Human Resources

Health and Safety

Control of Substances Hazardous to Health Regulations (COSHH) 2002

Using chemicals or other hazardous substances at work can put people's health at risk, so the law requires employers to control exposure to hazardous substances to prevent ill health.

Employers have to protect both employees and others who may be exposed by complying with the Control of Substances Hazardous to Health Regulations (COSHH) 2002 (as amended).

Substances covered by the regulations are:

  1. Any substance which is:
    • Very toxic, toxic, harmful
    • Corrosive, irritant
    • Sensitising
  2. Substances which have been assigned a Workplace Exposure Limit (WEL) by the Health and Safety Commission
  3. Carcinogens, mutagens and teratogens
  4. Any micro-organism which creates a hazard to the health of any person
  5. Dust of any kind when present at a substantial concentration in air
  6. Any substance not mentioned above which creates a hazard to health
  7. Asphyxiants

COSHH does not apply to...

COSHH applies to virtually all substances hazardous to health except:

  1. Asbestos and lead, which have their own regulations
  2. Substances which are hazardous only because they are radioactive, at high pressure, at extreme temperatures, or have explosive or flammable properties (other regulations apply to these risks)
  3. Biological agents that are outside the employer's control, e.g. catching an infection from a workmate (if in doubt, please contact HSE for advice)

For the vast majority of commercial chemicals, the presence (or not) of a warning label will indicate whether COSHH is relevant. For example, there is no warning label on ordinary household washing-up liquid, so if it's used at work, you do not have to worry about COSHH; but there is a warning label on bleach, and so COSHH does apply to its use in the workplace.

Summary of duties of the University under COSHH

  1. Carry out a suitable and sufficient risk assessment which identifies all routes of entry and ill health effects
  2. Replace hazardous substances with non hazardous substances where possible or substitute with less hazardous substances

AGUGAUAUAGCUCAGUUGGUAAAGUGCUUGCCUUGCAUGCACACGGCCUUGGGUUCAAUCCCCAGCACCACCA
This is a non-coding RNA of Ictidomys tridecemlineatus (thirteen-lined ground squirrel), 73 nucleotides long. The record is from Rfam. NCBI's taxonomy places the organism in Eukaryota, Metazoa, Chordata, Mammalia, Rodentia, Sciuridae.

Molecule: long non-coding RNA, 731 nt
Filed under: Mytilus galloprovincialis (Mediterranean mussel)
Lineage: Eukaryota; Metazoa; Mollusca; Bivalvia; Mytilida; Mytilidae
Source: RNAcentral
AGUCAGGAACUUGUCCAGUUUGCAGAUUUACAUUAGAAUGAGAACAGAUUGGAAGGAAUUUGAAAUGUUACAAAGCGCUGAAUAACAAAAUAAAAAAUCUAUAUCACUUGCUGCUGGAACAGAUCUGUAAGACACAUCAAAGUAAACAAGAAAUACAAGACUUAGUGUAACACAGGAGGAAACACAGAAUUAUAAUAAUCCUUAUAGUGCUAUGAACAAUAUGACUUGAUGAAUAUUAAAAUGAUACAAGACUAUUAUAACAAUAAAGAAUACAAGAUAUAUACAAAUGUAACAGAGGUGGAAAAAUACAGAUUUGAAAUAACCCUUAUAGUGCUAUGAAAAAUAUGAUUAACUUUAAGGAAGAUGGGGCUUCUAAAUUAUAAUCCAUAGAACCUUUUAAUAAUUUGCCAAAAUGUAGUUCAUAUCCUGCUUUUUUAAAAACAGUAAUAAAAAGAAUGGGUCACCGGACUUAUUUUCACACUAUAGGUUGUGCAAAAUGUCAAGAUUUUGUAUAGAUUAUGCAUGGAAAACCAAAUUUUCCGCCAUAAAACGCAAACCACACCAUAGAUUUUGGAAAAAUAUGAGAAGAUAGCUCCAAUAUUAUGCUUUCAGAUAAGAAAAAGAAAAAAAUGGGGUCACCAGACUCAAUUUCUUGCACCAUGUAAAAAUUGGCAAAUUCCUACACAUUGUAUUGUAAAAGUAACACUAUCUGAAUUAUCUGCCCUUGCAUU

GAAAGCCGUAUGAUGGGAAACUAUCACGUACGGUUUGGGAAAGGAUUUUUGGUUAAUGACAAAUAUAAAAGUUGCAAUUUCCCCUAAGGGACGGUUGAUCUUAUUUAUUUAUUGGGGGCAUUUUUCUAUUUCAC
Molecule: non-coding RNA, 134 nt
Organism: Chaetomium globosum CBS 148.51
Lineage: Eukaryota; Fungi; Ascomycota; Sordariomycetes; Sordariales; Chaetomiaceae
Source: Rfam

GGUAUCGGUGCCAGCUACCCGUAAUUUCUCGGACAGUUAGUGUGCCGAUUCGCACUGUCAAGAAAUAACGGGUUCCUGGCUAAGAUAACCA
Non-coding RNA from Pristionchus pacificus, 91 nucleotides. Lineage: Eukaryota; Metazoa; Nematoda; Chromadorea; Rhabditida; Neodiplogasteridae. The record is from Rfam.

3. Where prevention to exposure or substitution with less harmful substances is not possible, ensure effective control measures to ensure exposure is below any approved Workplace Exposure Limit (WEL) and for carcinogens and mutagens ensure exposure is reduced as far below the WEL as is reasonably practicable
  4. Be aware of any workers who may have pre-existing conditions such as asthma or dermatitis
  5. Ensure a risk assessment is carried out on expectant mothers, pay particular attention to substances containing mutagens and teratogens which may affect an unborn child
  6. Implement a health surveillance programme where required, including skin checks

COSHH Policy [Word (.doc) - 99.8KB Mon, 27 Mar 2017 09:00:00 BST]

Technical Guidance Note - CHM05: Basic Procedures for Handling, Storing and Using Chemicals [Acrobat (.pdf) - 67.2KB Mon, 27 Mar 2017 09:00:00 BST]

Technical Guidance Note -CHM06 Relative Vapour Density [Acrobat (.pdf) - 34.8kb Mon, 27 Mar 2017 09:00:00 BST]

Technical Guidance Note - CHM07: Flammable Liquids [Acrobat (.pdf) - 129KB Tue, 23 May 2017 12:00:00 BST]

Technical Guidance Note - CHM09 - Globally Harmonised System of Labelling [Acrobat (.pdf) - 295kb Mon, 27 Mar 2017 09:00:00 BST]

Technical Guidance Notes -CHM10 - Hazards Codes [Acrobat (.pdf) - 228kb Mon, 27 Mar 2017 09:00:00 BST]

Technical Guidance Notes CHM11 - Precautionary Codes [Acrobat (.pdf) - 143kb Mon, 27 Mar 2017 09:00:00 BST]